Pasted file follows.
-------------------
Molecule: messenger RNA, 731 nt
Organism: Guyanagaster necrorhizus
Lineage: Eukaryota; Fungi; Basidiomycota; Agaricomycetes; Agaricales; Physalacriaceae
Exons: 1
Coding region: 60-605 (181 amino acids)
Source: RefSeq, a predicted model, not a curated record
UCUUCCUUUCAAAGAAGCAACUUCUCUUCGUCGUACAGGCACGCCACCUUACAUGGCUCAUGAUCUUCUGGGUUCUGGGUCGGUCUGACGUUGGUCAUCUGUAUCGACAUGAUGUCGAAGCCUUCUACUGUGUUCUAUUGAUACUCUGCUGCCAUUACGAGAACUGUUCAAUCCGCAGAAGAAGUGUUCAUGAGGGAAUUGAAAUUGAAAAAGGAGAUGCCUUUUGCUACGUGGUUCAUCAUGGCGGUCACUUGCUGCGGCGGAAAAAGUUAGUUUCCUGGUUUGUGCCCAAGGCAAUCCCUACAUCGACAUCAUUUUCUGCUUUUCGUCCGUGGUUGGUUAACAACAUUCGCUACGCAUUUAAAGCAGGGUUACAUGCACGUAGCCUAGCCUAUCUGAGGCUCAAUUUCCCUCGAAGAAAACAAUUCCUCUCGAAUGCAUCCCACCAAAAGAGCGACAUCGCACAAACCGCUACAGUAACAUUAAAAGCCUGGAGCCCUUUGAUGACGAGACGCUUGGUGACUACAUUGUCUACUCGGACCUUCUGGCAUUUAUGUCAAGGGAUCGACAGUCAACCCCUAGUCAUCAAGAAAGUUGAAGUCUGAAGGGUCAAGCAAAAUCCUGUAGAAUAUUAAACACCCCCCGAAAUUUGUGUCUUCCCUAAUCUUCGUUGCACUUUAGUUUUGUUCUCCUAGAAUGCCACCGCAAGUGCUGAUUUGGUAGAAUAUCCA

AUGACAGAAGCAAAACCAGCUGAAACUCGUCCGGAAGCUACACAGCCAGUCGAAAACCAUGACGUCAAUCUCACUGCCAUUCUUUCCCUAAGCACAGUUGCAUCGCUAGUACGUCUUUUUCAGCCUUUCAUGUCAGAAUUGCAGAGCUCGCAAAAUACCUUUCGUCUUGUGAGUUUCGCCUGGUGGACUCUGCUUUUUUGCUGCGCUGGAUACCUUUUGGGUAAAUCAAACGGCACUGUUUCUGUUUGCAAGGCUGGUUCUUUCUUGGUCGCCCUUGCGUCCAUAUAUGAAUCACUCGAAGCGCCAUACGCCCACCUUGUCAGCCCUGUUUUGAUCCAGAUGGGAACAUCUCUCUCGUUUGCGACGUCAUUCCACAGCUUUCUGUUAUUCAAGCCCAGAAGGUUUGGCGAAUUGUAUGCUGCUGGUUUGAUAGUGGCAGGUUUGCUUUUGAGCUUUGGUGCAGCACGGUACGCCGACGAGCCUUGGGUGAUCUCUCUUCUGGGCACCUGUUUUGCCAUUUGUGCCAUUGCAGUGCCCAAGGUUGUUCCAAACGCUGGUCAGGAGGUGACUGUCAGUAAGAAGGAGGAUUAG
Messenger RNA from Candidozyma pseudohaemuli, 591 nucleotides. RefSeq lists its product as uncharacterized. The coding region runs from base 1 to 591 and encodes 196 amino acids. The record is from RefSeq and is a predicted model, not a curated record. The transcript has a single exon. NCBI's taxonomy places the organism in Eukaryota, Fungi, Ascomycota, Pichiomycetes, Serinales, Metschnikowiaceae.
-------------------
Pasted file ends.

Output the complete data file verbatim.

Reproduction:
Molecule: messenger RNA, 731 nt
Organism: Guyanagaster necrorhizus
Lineage: Eukaryota; Fungi; Basidiomycota; Agaricomycetes; Agaricales; Physalacriaceae
Exons: 1
Coding region: 60-605 (181 amino acids)
Source: RefSeq, a predicted model, not a curated record
UCUUCCUUUCAAAGAAGCAACUUCUCUUCGUCGUACAGGCACGCCACCUUACAUGGCUCAUGAUCUUCUGGGUUCUGGGUCGGUCUGACGUUGGUCAUCUGUAUCGACAUGAUGUCGAAGCCUUCUACUGUGUUCUAUUGAUACUCUGCUGCCAUUACGAGAACUGUUCAAUCCGCAGAAGAAGUGUUCAUGAGGGAAUUGAAAUUGAAAAAGGAGAUGCCUUUUGCUACGUGGUUCAUCAUGGCGGUCACUUGCUGCGGCGGAAAAAGUUAGUUUCCUGGUUUGUGCCCAAGGCAAUCCCUACAUCGACAUCAUUUUCUGCUUUUCGUCCGUGGUUGGUUAACAACAUUCGCUACGCAUUUAAAGCAGGGUUACAUGCACGUAGCCUAGCCUAUCUGAGGCUCAAUUUCCCUCGAAGAAAACAAUUCCUCUCGAAUGCAUCCCACCAAAAGAGCGACAUCGCACAAACCGCUACAGUAACAUUAAAAGCCUGGAGCCCUUUGAUGACGAGACGCUUGGUGACUACAUUGUCUACUCGGACCUUCUGGCAUUUAUGUCAAGGGAUCGACAGUCAACCCCUAGUCAUCAAGAAAGUUGAAGUCUGAAGGGUCAAGCAAAAUCCUGUAGAAUAUUAAACACCCCCCGAAAUUUGUGUCUUCCCUAAUCUUCGUUGCACUUUAGUUUUGUUCUCCUAGAAUGCCACCGCAAGUGCUGAUUUGGUAGAAUAUCCA

AUGACAGAAGCAAAACCAGCUGAAACUCGUCCGGAAGCUACACAGCCAGUCGAAAACCAUGACGUCAAUCUCACUGCCAUUCUUUCCCUAAGCACAGUUGCAUCGCUAGUACGUCUUUUUCAGCCUUUCAUGUCAGAAUUGCAGAGCUCGCAAAAUACCUUUCGUCUUGUGAGUUUCGCCUGGUGGACUCUGCUUUUUUGCUGCGCUGGAUACCUUUUGGGUAAAUCAAACGGCACUGUUUCUGUUUGCAAGGCUGGUUCUUUCUUGGUCGCCCUUGCGUCCAUAUAUGAAUCACUCGAAGCGCCAUACGCCCACCUUGUCAGCCCUGUUUUGAUCCAGAUGGGAACAUCUCUCUCGUUUGCGACGUCAUUCCACAGCUUUCUGUUAUUCAAGCCCAGAAGGUUUGGCGAAUUGUAUGCUGCUGGUUUGAUAGUGGCAGGUUUGCUUUUGAGCUUUGGUGCAGCACGGUACGCCGACGAGCCUUGGGUGAUCUCUCUUCUGGGCACCUGUUUUGCCAUUUGUGCCAUUGCAGUGCCCAAGGUUGUUCCAAACGCUGGUCAGGAGGUGACUGUCAGUAAGAAGGAGGAUUAG
Messenger RNA from Candidozyma pseudohaemuli, 591 nucleotides. RefSeq lists its product as uncharacterized. The coding region runs from base 1 to 591 and encodes 196 amino acids. The record is from RefSeq and is a predicted model, not a curated record. The transcript has a single exon. NCBI's taxonomy places the organism in Eukaryota, Fungi, Ascomycota, Pichiomycetes, Serinales, Metschnikowiaceae.